Cases reported "Fetal Diseases"

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1/130. Severe nonimmune hydrops fetalis and congenital corneal opacification secondary to human parvovirus B19 infection. A case report.

    BACKGROUND: In parvovirus infections in animals, congenital anomalies are seen, but the teratogenic potential in humans seems fairly low. CASE: A fetus with hydrops, ascites and pleural effusion was seen at a prenatal ultrasound examination. Fetal cordocentesis was performed, and fetal blood was positive for parvovirus antibodies. Intravascular fetal blood transfusion was given at 21 and 23 weeks of gestation. At 39 weeks labor started spontaneously, and a 2,960-g, female infant was delivered. The newborn had bilateral opacification of the cornea. CONCLUSION: In this case a combination of fetal parvovirus B19 infection and congenital corneal opacification was seen. This case also demonstrates that blood transfusions in hydropic fetuses may reverse the hydrops and prevent intrauterine death.
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ranking = 1
keywords = transfusion
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2/130. Use of recombinant human erythropoietin (EPO-alfa) in a mother alloimmunized to the Js(b) antigen.

    erythropoietin (EPO) is a glycoprotein hormone and the principal regulator of erythropoiesis in the fetus, newborn, and adult. EPO-alfa is erythropoietin manufactured by recombinant human dna technology (rhEPO). After counseling, a pregnant woman with anti-Js(b) in her serum was started on rhEPO (600 U/Kg, biweekly) to prevent anemia secondary to serial donations of her blood for fetal transfusions. After a total of 25 rhEPO infusions and autologous donation of 8 units of whole blood, maternal hemoglobin prior to the elective cesarean section at 37 weeks was 11.3 gm/dL. serum EPO concentration was determined in paired maternal and fetal blood samples, before ultrasound guided intravascular transfusions, in this alloimmunized Js(b)-negative and another Rh(D) alloimmunized pregnancy to determine possible correlations between maternal and fetal serum EPO. rhEPO prevented anemia in a patient who donated 8 units of blood from 18-37 weeks of pregnancy without inducing adverse biological effects such as hypertension or thrombotic complications in the placenta. Data presented in this study suggest that EPO does not cross the human placenta.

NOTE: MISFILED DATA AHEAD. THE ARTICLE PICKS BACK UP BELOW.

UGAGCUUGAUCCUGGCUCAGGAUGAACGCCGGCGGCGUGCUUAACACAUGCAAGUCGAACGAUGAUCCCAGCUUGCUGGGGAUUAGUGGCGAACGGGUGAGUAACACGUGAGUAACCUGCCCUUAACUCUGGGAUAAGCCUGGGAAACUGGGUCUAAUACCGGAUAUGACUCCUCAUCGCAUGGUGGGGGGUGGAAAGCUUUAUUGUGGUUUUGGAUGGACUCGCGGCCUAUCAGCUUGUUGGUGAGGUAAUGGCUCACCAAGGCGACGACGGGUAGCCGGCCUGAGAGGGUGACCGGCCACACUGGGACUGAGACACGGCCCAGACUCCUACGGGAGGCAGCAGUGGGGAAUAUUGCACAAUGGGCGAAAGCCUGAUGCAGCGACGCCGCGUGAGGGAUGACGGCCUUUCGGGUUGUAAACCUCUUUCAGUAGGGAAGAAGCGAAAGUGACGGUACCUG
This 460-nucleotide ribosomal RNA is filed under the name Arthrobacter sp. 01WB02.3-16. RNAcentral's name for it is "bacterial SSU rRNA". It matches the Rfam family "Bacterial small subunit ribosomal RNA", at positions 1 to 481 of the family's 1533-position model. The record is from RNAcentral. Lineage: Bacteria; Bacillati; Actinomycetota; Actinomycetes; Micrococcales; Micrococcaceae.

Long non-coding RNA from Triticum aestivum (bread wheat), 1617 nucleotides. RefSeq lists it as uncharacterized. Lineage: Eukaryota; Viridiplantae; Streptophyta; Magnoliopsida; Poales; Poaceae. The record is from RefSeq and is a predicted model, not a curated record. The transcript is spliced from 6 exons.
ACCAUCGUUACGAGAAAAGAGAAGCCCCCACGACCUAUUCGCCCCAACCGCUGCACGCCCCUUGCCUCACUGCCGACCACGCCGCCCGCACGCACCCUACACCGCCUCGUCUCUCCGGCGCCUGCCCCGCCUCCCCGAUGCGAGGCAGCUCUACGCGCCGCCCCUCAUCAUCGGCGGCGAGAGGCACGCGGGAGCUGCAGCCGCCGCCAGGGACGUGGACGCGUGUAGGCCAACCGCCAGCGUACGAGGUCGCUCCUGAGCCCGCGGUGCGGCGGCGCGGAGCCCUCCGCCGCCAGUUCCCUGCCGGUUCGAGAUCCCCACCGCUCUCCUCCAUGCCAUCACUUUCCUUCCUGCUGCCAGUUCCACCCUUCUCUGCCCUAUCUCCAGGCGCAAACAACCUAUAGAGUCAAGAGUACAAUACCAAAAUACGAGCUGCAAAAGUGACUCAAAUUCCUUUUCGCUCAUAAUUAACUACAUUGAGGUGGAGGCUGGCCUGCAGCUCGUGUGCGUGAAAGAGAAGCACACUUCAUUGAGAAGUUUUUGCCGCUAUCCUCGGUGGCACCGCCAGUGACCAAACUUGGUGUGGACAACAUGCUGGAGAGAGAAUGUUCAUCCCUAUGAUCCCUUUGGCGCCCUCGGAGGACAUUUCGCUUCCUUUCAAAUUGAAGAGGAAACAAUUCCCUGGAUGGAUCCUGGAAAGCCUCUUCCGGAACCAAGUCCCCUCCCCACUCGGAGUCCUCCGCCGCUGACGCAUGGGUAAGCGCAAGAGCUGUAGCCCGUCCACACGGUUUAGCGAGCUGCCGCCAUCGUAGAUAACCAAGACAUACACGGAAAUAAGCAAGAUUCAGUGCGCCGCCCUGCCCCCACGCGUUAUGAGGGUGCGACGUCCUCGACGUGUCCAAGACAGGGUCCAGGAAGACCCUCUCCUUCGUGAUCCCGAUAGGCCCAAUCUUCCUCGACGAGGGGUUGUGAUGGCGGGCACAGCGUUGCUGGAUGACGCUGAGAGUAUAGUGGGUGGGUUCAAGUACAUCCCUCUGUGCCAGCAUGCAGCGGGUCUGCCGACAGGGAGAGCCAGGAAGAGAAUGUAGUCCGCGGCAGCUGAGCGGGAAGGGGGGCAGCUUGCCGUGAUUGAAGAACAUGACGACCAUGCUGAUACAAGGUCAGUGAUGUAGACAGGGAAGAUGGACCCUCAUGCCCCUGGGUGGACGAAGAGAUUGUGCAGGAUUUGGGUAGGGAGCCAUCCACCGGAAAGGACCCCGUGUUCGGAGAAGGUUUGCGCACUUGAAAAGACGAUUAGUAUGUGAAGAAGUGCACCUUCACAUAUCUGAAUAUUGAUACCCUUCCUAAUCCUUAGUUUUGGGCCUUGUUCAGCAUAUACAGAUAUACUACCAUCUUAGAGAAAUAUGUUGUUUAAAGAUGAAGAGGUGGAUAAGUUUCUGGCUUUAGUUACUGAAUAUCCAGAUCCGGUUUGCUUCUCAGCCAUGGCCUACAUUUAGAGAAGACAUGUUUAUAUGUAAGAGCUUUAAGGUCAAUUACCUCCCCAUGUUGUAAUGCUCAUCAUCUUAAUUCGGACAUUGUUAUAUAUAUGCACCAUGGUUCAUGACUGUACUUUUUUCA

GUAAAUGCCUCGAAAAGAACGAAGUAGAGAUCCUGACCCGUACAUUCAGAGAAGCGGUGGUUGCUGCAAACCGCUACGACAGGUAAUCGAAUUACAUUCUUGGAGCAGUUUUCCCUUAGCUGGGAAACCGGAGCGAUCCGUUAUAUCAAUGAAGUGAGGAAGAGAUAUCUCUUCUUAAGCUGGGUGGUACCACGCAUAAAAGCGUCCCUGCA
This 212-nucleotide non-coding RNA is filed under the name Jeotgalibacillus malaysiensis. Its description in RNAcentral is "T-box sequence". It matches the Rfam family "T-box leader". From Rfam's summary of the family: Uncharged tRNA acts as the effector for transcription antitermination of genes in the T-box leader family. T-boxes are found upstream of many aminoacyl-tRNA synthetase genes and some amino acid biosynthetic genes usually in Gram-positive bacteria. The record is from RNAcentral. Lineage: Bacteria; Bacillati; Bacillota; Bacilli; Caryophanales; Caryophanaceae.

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ranking = 1
keywords = transfusion
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3/130. Antenatal therapy of smith-lemli-opitz syndrome.

    OBJECTIVES: smith-lemli-opitz syndrome (SLOS) is a recessively inherited disorder caused by an inborn error of cholesterol metabolism that results in deficiency of cholesterol and accumulation of the cholesterol precursor, 7-dehydrocholesterol (DHC) and its epimer, 8-DHC. Affected patients present with congenital anomalies, growth restriction, and mental retardation. Postnatal treatment with cholesterol supplementation has been shown to improve plasma sterol levels and has resulted in improved growth and development in many patients. We hypothesized that prenatal supplementation of cholesterol could potentially arrest some of the adverse consequences of cholesterol deficiency at an earlier stage of development. methods: SLOS was diagnosed in the third trimester in a fetus initially identified by sonography with intrauterine growth restriction and ambiguous genitalia and confirmed by elevated levels of 7- and 8-DHC in amniotic fluid. Antenatal supplementation of cholesterol was provided by fetal intravenous and intraperitoneal transfusions of fresh frozen plasma (cholesterol level = 219 mg/dl). RESULTS: The in utero transfusions resulted in increased levels of fetal cholesterol, as measured in blood samples obtained by cordocentesis. In addition, fetal red cell mean corpuscular volume rose, which further indicated that the exogenous cholesterol was incorporated into the fetal erythrocytes. CONCLUSIONS: Antenatal treatment of SLOS by cholesterol supplementation is feasible and results in improvement in fetal plasma cholesterol levels and fetal red cell volume. SLOS may be added to the growing list of human genetic disorders for which prenatal diagnosis is available and therapeutic intervention may be possible.
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ranking = 1
keywords = transfusion
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4/130. Massive fetomaternal hemorrhage: how long should children with good evolution be controlled? A case report.

    We report on a term infant with a severe fetomaternal hemorrhage that caused a serious anemia that was surmounted after several transfusions. After the initial complications, such as persistent pulmonary circulation, severe anemia and thrombocytopenia, the outcome was good. We discuss the importance of a long-term follow-up of affected children, as well as their mothers. No clear parameters for a real prognosis are available. A follow-up is needed in order to detect possible complications in neurological development.